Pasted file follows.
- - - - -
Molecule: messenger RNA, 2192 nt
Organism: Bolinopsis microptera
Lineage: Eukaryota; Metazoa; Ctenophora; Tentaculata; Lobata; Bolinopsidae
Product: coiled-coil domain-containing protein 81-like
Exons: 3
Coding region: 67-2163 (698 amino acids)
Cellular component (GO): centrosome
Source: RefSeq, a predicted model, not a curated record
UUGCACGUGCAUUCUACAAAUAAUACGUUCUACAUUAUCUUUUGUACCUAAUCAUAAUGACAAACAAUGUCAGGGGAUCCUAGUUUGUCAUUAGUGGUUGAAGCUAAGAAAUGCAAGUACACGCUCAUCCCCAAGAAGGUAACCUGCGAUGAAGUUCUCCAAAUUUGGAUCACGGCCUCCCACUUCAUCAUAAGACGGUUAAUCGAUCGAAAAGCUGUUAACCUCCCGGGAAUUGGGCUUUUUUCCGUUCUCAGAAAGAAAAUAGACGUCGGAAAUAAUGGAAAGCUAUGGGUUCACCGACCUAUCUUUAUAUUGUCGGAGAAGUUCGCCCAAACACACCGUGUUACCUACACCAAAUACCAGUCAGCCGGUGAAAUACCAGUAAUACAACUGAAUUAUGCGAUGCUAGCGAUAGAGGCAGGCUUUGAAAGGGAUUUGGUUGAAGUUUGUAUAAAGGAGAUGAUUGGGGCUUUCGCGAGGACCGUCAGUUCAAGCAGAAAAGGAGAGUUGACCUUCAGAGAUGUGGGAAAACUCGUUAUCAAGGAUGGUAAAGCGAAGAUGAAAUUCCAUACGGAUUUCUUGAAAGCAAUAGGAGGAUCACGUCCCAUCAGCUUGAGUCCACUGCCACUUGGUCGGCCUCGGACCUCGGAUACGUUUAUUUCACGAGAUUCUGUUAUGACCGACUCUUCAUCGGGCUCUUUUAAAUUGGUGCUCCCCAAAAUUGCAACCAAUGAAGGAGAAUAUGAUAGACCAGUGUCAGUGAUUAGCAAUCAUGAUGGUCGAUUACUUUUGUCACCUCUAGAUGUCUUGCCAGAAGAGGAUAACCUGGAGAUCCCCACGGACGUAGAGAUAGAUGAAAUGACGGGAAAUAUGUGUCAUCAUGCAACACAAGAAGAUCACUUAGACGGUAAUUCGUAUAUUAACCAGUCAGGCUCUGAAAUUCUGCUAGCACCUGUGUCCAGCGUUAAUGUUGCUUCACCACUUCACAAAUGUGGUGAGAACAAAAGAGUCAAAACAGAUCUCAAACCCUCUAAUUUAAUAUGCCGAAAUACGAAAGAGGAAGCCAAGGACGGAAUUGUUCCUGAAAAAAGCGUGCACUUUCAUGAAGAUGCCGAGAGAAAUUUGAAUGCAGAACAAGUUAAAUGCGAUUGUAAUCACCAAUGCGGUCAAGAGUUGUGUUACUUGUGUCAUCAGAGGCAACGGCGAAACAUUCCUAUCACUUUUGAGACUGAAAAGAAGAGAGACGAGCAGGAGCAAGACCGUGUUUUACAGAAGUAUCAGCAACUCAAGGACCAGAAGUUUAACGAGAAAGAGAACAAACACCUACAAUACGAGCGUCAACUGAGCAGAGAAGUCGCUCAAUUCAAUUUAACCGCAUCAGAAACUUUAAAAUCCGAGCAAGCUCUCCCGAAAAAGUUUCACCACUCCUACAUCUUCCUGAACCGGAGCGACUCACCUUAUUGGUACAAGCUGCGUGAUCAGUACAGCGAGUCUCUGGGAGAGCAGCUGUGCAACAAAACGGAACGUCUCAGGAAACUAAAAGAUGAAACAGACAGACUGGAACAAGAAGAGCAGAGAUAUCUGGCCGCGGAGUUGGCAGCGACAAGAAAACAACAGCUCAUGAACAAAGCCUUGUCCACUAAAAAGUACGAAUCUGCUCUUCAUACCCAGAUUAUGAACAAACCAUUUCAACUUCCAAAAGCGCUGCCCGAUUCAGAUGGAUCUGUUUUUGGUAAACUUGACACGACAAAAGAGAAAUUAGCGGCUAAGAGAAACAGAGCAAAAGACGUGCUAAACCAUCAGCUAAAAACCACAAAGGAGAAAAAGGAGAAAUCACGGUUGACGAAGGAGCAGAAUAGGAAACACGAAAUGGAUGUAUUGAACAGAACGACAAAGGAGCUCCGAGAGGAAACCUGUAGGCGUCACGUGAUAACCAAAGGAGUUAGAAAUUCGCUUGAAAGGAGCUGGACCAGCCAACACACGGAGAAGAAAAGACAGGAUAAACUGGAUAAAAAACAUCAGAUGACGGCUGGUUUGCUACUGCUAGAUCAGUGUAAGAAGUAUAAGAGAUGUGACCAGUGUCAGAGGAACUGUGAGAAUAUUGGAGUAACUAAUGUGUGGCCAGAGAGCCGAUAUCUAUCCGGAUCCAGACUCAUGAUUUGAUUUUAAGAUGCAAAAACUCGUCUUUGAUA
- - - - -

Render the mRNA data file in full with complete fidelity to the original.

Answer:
Molecule: messenger RNA, 2192 nt
Organism: Bolinopsis microptera
Lineage: Eukaryota; Metazoa; Ctenophora; Tentaculata; Lobata; Bolinopsidae
Product: coiled-coil domain-containing protein 81-like
Exons: 3
Coding region: 67-2163 (698 amino acids)
Cellular component (GO): centrosome
Source: RefSeq, a predicted model, not a curated record
UUGCACGUGCAUUCUACAAAUAAUACGUUCUACAUUAUCUUUUGUACCUAAUCAUAAUGACAAACAAUGUCAGGGGAUCCUAGUUUGUCAUUAGUGGUUGAAGCUAAGAAAUGCAAGUACACGCUCAUCCCCAAGAAGGUAACCUGCGAUGAAGUUCUCCAAAUUUGGAUCACGGCCUCCCACUUCAUCAUAAGACGGUUAAUCGAUCGAAAAGCUGUUAACCUCCCGGGAAUUGGGCUUUUUUCCGUUCUCAGAAAGAAAAUAGACGUCGGAAAUAAUGGAAAGCUAUGGGUUCACCGACCUAUCUUUAUAUUGUCGGAGAAGUUCGCCCAAACACACCGUGUUACCUACACCAAAUACCAGUCAGCCGGUGAAAUACCAGUAAUACAACUGAAUUAUGCGAUGCUAGCGAUAGAGGCAGGCUUUGAAAGGGAUUUGGUUGAAGUUUGUAUAAAGGAGAUGAUUGGGGCUUUCGCGAGGACCGUCAGUUCAAGCAGAAAAGGAGAGUUGACCUUCAGAGAUGUGGGAAAACUCGUUAUCAAGGAUGGUAAAGCGAAGAUGAAAUUCCAUACGGAUUUCUUGAAAGCAAUAGGAGGAUCACGUCCCAUCAGCUUGAGUCCACUGCCACUUGGUCGGCCUCGGACCUCGGAUACGUUUAUUUCACGAGAUUCUGUUAUGACCGACUCUUCAUCGGGCUCUUUUAAAUUGGUGCUCCCCAAAAUUGCAACCAAUGAAGGAGAAUAUGAUAGACCAGUGUCAGUGAUUAGCAAUCAUGAUGGUCGAUUACUUUUGUCACCUCUAGAUGUCUUGCCAGAAGAGGAUAACCUGGAGAUCCCCACGGACGUAGAGAUAGAUGAAAUGACGGGAAAUAUGUGUCAUCAUGCAACACAAGAAGAUCACUUAGACGGUAAUUCGUAUAUUAACCAGUCAGGCUCUGAAAUUCUGCUAGCACCUGUGUCCAGCGUUAAUGUUGCUUCACCACUUCACAAAUGUGGUGAGAACAAAAGAGUCAAAACAGAUCUCAAACCCUCUAAUUUAAUAUGCCGAAAUACGAAAGAGGAAGCCAAGGACGGAAUUGUUCCUGAAAAAAGCGUGCACUUUCAUGAAGAUGCCGAGAGAAAUUUGAAUGCAGAACAAGUUAAAUGCGAUUGUAAUCACCAAUGCGGUCAAGAGUUGUGUUACUUGUGUCAUCAGAGGCAACGGCGAAACAUUCCUAUCACUUUUGAGACUGAAAAGAAGAGAGACGAGCAGGAGCAAGACCGUGUUUUACAGAAGUAUCAGCAACUCAAGGACCAGAAGUUUAACGAGAAAGAGAACAAACACCUACAAUACGAGCGUCAACUGAGCAGAGAAGUCGCUCAAUUCAAUUUAACCGCAUCAGAAACUUUAAAAUCCGAGCAAGCUCUCCCGAAAAAGUUUCACCACUCCUACAUCUUCCUGAACCGGAGCGACUCACCUUAUUGGUACAAGCUGCGUGAUCAGUACAGCGAGUCUCUGGGAGAGCAGCUGUGCAACAAAACGGAACGUCUCAGGAAACUAAAAGAUGAAACAGACAGACUGGAACAAGAAGAGCAGAGAUAUCUGGCCGCGGAGUUGGCAGCGACAAGAAAACAACAGCUCAUGAACAAAGCCUUGUCCACUAAAAAGUACGAAUCUGCUCUUCAUACCCAGAUUAUGAACAAACCAUUUCAACUUCCAAAAGCGCUGCCCGAUUCAGAUGGAUCUGUUUUUGGUAAACUUGACACGACAAAAGAGAAAUUAGCGGCUAAGAGAAACAGAGCAAAAGACGUGCUAAACCAUCAGCUAAAAACCACAAAGGAGAAAAAGGAGAAAUCACGGUUGACGAAGGAGCAGAAUAGGAAACACGAAAUGGAUGUAUUGAACAGAACGACAAAGGAGCUCCGAGAGGAAACCUGUAGGCGUCACGUGAUAACCAAAGGAGUUAGAAAUUCGCUUGAAAGGAGCUGGACCAGCCAACACACGGAGAAGAAAAGACAGGAUAAACUGGAUAAAAAACAUCAGAUGACGGCUGGUUUGCUACUGCUAGAUCAGUGUAAGAAGUAUAAGAGAUGUGACCAGUGUCAGAGGAACUGUGAGAAUAUUGGAGUAACUAAUGUGUGGCCAGAGAGCCGAUAUCUAUCCGGAUCCAGACUCAUGAUUUGAUUUUAAGAUGCAAAAACUCGUCUUUGAUA